Created when fuels such as oil, wood and coal don’t fully burn, carbon monoxide is a gas that’s colorless, odorless, invisible, and deadly.
Also known as “CO,” carbon monoxide is fatal to humans and pets alike, and kills hundreds of Americans each year, according to the Centers for Disease Control.
But there are ways you can guard against carbon monoxide. Read on to learn more about the effects of CO poisoning, and the Bucks County gas safety systems such as carbon monoxide detectors that can protect you and your loved ones.
Why is carbon monoxide fatal?
CO is poisonous because it keeps our bodies from getting the oxygen we need. When we inhale carbon monoxide, it latches onto hemoglobin, the molecule that oxygenates our blood.
The more CO we take in, the more it attaches to our hemoglobin, keeping oxygen from circulating through our body. This oxygen deprivation results in the symptoms connected to CO poisoning.
What are the symptoms of carbon monoxide poisoning?
Depending on how long CO has been inhaled, you might experience any of the following:
- Shortness of breath
- Loss of muscle control
- Tightness in the chest
- Fluttering of the heart
- Behavioral effects such as slower reaction times
The early stages of CO poisoning can resemble flu symptoms. But you can rule out the flu if:
- The symptoms appear – or worsen – when someone turns on a fuel-burning device.
- The symptoms appear when you’re in a certain location, and go away when you move away from that location.
- The symptoms affect more than one person at the same time. With the flu, it usually takes a few days for the virus to pass from one person to another.
Where does CO come from?
Most CO poisoning cases happen in the home, typically because of malfunctioning fuel-burning appliances such as faulty water heaters or furnaces or space heaters.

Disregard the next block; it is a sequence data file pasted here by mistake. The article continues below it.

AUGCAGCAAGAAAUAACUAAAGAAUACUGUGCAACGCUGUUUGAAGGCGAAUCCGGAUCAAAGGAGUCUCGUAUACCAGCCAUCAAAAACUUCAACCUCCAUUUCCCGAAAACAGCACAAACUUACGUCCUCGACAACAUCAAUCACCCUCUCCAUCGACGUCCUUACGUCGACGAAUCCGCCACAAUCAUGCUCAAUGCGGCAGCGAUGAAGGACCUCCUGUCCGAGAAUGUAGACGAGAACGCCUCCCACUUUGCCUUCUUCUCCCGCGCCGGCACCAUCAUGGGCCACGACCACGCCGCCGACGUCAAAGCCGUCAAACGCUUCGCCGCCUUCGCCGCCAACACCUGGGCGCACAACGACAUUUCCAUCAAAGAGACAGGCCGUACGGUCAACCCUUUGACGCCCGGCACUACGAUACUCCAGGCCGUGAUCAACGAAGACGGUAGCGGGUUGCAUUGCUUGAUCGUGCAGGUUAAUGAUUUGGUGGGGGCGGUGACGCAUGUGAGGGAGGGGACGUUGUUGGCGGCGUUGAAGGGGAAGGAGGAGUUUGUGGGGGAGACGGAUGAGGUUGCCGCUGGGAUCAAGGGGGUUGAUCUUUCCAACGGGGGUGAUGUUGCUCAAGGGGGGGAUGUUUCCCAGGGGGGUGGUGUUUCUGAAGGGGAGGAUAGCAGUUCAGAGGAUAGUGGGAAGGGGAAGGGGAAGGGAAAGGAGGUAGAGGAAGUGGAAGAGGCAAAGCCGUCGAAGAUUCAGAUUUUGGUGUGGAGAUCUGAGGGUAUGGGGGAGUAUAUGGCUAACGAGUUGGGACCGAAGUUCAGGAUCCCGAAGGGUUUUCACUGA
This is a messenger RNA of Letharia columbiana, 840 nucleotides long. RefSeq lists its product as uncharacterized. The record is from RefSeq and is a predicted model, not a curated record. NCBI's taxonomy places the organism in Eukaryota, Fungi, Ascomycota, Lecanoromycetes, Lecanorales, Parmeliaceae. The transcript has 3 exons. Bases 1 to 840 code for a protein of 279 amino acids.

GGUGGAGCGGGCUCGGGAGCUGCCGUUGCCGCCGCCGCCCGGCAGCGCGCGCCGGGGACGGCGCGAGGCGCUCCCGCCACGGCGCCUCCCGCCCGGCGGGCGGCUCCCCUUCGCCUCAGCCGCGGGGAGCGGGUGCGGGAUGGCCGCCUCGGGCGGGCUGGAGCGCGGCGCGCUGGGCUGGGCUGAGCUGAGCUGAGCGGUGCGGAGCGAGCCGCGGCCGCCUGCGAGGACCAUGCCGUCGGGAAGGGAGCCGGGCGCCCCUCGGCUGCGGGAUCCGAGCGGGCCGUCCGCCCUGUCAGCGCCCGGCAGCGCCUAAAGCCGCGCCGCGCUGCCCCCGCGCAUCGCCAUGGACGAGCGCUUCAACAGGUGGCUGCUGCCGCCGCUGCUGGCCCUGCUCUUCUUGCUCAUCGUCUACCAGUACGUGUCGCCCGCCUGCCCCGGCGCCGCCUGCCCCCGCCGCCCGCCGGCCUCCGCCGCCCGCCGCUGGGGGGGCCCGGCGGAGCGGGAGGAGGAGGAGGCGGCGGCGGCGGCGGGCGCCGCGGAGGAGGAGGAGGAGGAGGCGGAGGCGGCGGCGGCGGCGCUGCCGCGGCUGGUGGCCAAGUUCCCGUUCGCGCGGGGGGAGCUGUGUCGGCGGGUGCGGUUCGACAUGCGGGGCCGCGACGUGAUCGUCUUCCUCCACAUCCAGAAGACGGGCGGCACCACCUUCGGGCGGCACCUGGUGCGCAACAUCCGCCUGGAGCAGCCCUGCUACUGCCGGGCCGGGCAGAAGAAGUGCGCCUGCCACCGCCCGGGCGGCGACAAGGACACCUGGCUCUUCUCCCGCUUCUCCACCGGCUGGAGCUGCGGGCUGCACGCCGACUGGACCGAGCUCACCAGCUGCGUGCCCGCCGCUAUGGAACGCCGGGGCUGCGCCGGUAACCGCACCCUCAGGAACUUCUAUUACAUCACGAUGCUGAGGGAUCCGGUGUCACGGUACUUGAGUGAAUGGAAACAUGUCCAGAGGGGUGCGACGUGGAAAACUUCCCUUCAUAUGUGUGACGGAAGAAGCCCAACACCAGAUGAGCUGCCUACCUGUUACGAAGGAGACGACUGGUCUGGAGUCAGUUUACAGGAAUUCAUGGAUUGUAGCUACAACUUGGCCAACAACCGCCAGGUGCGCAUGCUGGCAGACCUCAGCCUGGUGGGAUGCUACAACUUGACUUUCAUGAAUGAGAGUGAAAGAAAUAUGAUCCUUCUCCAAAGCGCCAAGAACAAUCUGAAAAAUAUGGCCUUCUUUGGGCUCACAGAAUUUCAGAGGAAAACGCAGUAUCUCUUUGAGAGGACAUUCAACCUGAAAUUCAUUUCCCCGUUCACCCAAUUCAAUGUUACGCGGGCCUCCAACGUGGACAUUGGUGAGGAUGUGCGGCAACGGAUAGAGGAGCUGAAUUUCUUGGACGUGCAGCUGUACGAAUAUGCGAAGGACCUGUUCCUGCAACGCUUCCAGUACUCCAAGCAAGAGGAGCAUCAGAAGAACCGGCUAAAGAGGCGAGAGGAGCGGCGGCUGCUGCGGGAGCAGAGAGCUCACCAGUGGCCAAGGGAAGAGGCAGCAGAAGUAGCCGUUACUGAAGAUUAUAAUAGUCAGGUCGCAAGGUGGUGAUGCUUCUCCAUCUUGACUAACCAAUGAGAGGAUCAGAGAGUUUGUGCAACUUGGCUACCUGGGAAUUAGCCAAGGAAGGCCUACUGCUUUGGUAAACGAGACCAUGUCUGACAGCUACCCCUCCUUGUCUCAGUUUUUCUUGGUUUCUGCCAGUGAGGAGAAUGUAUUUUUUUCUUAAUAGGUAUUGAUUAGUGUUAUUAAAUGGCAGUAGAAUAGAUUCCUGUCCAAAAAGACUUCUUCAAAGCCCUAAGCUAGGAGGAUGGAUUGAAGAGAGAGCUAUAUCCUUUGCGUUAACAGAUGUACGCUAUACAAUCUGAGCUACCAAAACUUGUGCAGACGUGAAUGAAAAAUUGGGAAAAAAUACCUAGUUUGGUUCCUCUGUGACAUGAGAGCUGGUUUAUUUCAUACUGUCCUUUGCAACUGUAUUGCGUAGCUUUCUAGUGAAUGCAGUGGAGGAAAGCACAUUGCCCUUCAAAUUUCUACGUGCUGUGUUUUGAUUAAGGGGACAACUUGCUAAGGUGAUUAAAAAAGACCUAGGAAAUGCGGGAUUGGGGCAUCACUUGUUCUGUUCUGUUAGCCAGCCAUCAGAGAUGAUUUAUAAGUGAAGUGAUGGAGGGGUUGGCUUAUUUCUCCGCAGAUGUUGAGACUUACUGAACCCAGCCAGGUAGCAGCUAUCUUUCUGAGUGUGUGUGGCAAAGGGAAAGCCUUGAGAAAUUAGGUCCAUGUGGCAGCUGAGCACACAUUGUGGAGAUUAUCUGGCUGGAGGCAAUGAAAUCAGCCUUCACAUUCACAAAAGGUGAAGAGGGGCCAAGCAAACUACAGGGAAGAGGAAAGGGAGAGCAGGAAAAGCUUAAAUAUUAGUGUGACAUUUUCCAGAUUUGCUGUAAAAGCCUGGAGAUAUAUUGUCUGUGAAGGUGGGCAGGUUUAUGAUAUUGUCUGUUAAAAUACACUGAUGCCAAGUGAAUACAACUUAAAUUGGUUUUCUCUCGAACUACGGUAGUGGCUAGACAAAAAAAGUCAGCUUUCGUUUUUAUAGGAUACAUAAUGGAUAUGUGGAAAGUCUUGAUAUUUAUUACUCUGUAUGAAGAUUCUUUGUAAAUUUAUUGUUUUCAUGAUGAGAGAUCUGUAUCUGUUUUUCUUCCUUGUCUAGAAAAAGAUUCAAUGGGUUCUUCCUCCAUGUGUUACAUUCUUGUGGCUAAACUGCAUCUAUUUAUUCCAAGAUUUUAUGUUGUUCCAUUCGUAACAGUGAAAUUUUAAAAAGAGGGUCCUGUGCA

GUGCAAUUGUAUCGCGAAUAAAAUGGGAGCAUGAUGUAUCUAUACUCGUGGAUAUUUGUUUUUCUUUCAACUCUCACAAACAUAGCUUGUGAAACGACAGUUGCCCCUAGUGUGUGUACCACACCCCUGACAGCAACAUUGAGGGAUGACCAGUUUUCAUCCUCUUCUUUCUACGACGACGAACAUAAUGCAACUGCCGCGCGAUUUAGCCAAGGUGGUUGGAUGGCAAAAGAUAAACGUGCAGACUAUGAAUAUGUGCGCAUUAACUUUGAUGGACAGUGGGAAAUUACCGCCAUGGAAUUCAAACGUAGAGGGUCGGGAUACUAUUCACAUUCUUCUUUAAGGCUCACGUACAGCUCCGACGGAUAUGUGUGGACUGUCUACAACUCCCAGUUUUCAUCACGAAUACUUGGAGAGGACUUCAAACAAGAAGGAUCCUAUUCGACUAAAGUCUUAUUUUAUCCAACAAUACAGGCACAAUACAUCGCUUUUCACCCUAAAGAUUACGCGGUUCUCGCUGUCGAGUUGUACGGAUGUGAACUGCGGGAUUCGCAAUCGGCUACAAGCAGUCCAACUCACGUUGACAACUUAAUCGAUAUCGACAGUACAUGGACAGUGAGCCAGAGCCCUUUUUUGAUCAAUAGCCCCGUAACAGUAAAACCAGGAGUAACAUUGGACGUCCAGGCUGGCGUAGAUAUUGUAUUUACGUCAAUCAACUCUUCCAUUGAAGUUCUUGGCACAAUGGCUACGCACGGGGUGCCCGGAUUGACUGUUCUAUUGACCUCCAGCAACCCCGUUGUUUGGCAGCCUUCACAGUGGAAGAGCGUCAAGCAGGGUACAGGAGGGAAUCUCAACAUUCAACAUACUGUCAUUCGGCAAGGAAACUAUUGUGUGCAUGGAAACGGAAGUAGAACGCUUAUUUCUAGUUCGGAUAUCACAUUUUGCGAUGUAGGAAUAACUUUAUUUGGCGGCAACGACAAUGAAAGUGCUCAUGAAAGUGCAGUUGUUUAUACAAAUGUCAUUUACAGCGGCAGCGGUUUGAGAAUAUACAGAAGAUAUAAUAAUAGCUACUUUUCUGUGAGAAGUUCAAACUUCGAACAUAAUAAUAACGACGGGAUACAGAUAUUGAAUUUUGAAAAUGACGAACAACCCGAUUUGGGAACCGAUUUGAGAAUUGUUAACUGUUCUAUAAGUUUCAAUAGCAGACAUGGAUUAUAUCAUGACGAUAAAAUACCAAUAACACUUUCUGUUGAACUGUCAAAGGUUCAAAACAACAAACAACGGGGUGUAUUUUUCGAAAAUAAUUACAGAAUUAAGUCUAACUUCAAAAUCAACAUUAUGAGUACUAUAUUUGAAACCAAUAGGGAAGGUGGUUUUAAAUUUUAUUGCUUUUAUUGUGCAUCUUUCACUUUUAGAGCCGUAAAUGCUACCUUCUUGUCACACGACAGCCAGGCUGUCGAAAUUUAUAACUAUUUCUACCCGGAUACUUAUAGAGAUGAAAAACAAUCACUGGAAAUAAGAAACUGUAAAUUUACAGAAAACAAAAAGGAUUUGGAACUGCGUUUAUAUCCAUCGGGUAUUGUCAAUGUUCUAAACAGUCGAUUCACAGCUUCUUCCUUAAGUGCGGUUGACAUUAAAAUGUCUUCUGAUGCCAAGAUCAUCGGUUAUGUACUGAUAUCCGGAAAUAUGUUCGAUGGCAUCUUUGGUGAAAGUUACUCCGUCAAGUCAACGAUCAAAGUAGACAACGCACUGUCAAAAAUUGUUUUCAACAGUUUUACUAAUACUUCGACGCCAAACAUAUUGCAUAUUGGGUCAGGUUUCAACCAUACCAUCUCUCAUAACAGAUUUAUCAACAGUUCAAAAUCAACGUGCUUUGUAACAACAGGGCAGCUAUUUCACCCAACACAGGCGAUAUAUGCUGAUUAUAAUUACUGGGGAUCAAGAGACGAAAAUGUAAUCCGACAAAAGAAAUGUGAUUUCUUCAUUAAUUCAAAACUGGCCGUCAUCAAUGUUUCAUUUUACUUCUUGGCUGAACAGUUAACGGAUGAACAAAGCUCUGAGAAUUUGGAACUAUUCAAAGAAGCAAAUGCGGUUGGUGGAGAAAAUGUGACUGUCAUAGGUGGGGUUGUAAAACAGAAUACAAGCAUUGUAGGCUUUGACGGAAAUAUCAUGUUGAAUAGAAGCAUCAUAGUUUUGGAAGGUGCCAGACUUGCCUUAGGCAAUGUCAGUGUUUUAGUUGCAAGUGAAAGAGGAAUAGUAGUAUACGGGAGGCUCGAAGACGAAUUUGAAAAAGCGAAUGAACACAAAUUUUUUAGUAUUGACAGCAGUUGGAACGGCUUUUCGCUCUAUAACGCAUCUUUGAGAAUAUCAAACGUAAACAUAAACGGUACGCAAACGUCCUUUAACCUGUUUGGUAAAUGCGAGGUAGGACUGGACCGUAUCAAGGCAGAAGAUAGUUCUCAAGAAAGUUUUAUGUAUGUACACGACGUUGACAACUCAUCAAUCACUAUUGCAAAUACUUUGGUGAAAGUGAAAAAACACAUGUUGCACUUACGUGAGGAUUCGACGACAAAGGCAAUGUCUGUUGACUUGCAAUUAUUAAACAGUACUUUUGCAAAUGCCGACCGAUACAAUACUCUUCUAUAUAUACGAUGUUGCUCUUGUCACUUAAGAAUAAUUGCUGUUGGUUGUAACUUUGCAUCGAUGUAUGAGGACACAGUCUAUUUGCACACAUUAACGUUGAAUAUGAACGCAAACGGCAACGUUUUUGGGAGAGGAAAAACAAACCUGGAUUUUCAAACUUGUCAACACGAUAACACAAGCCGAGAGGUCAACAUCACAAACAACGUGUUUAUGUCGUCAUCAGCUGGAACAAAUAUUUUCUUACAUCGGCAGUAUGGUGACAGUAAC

Other cases happen as a result of misuse of a fuel burning appliance, like using a gas stove for heat, or running a grill or a portable generator in an unventilated area. (These devices should only be used outside, and far from the home.)
And while a majority of carbon monoxide-related deaths happen at home, you should take care with your automobile, or while operating a boat.
Your car releases CO through its exhaust. Never allow your car to idle inside a garage or other enclosed structure, and make sure the exhaust pipe isn’t blocked by ice or snow during the winter.
If you own a boat, make sure you know where the engine and exhaust outlets are located, and stay away from the back deck/swim platforms when the engine is running. If you can smell exhaust, you’re breathing in CO.
How can I prevent carbon monoxide poisoning at home?
In addition to installing carbon monoxide detectors and other gas safety systems, Bucks County residents can protect themselves by:
- Have a qualified technician service your heating system, water heater and any other fuel-burning appliance once per year.
- Never use camp stoves, generators, or portable, flameless chemical heaters indoors.
- Make sure all gas appliances have proper ventilation.
- If you smell an odor coming from a gas refrigerator, contact a technician right away, as this could be a sign of a CO leak.
Bucks County Gas Safety Systems from Holicong Security
When they need quality gas safety systems, Bucks County residents turn to Holicong Security. Our technicians are committed to creating safer environments for your home or business. Contact us today to learn more about all our fire and hazardous gas safety systems.